- Using a liquid fertiliser with nutrients that are immediately accessible to the plant.
- Adding a slow-release tomato fertiliser, usually in a granular form. This will feed the plant throughout the coming months.
Eggshells are a viable way to add calcium to your soil, especially if you crush them finely. There really aren’t many downsides to adding crushed eggshells to your garden soil, just don’t rely on them as your sole source of fertiliser for your tomato plants.
Adding whole eggs, on the other hand, can be a mistake since that has a high probability of attracting pests and animals to your garden. The last thing you want is some furry creature digging up your tomato plants to reach the eggs you added to the planting hole!
Is there a salmonella risk when using eggshells in your garden or compost?
What is the risk of exposing your family, friends, and pets to salmonella because you used eggshells in your garden or around your tomatoes?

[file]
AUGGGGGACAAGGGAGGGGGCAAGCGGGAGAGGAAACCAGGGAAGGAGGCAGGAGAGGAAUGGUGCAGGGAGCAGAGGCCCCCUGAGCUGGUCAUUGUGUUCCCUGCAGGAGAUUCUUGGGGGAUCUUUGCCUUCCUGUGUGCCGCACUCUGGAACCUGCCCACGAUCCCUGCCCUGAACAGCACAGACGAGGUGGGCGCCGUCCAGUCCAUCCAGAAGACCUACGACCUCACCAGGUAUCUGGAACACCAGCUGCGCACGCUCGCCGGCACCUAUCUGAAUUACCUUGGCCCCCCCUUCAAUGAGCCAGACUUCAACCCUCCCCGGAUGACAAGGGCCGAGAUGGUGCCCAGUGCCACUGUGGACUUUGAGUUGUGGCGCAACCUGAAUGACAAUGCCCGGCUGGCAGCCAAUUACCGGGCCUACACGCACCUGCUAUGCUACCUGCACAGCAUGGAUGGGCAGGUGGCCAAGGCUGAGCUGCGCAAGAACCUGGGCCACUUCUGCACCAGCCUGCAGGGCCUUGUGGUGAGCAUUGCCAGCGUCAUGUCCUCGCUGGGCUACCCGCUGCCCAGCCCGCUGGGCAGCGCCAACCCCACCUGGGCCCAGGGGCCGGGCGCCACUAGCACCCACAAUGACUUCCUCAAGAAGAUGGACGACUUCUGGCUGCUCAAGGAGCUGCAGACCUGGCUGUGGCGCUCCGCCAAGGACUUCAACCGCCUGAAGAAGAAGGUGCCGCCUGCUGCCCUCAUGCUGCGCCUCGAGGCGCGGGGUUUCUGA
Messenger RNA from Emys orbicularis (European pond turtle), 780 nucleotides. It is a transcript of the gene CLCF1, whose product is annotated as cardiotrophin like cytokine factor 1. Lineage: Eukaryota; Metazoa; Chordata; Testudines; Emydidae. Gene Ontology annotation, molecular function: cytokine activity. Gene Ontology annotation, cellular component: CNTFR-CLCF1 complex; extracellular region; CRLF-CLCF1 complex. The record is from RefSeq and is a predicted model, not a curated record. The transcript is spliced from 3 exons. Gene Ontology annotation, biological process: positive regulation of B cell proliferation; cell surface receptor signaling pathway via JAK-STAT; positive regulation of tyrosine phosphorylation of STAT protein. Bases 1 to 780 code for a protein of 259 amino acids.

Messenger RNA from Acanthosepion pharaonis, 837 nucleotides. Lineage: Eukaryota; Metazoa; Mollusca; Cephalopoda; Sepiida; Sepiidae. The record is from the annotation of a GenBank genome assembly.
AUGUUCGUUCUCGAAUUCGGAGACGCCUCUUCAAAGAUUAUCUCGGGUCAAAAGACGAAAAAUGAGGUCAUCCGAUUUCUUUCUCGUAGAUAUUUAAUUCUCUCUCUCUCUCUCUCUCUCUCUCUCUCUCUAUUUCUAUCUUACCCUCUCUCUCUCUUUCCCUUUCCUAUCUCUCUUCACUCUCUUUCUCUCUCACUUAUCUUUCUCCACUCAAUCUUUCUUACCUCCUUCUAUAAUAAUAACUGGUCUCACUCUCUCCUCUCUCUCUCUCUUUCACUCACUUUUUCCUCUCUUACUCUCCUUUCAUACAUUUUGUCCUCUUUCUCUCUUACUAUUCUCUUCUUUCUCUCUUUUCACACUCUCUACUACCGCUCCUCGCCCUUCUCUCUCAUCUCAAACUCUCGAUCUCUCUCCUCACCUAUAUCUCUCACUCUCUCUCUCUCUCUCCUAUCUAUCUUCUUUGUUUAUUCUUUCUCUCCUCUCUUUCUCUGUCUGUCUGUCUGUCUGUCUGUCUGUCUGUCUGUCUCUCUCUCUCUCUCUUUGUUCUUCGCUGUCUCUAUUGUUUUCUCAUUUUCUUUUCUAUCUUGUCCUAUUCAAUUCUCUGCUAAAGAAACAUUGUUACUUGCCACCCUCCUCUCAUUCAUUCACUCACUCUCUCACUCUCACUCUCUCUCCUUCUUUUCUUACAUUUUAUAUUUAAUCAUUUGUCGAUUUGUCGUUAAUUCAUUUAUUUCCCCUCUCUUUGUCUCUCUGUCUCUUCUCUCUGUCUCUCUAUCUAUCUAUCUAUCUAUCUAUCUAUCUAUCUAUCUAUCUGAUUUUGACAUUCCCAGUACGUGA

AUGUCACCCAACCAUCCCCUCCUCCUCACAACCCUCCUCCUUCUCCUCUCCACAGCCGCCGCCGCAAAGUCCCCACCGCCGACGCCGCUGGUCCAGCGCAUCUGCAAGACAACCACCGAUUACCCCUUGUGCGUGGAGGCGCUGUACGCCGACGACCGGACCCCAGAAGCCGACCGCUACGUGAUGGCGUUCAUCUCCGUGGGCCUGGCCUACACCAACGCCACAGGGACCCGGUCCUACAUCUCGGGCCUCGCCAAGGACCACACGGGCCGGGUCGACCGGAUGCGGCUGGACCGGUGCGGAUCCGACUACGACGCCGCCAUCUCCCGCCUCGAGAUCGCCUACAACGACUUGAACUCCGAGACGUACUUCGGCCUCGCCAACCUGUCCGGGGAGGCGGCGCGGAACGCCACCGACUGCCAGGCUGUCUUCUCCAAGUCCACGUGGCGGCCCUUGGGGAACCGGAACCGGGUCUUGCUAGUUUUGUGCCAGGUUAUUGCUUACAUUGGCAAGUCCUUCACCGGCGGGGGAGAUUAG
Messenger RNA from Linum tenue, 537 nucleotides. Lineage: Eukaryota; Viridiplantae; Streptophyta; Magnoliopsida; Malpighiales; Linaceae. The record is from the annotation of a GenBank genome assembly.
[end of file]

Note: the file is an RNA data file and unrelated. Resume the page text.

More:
Let’s talk about this because it’s a valid question.
While it is true that eggshells can harbour bacteria, the risk of contamination is low, and the shells will be exposed to high temperatures when composting, which will kill any bacteria present.
If you plan to use eggshells as a fertiliser or soil amendment, you’ll likely be drying out those eggshells in the oven so that you can grind them into a fine powder. The eggshells only need to be exposed to temperatures of 77 C (170.6 F) for one second or more to kill salmonella, so drying your eggshells in the oven will accomplish this.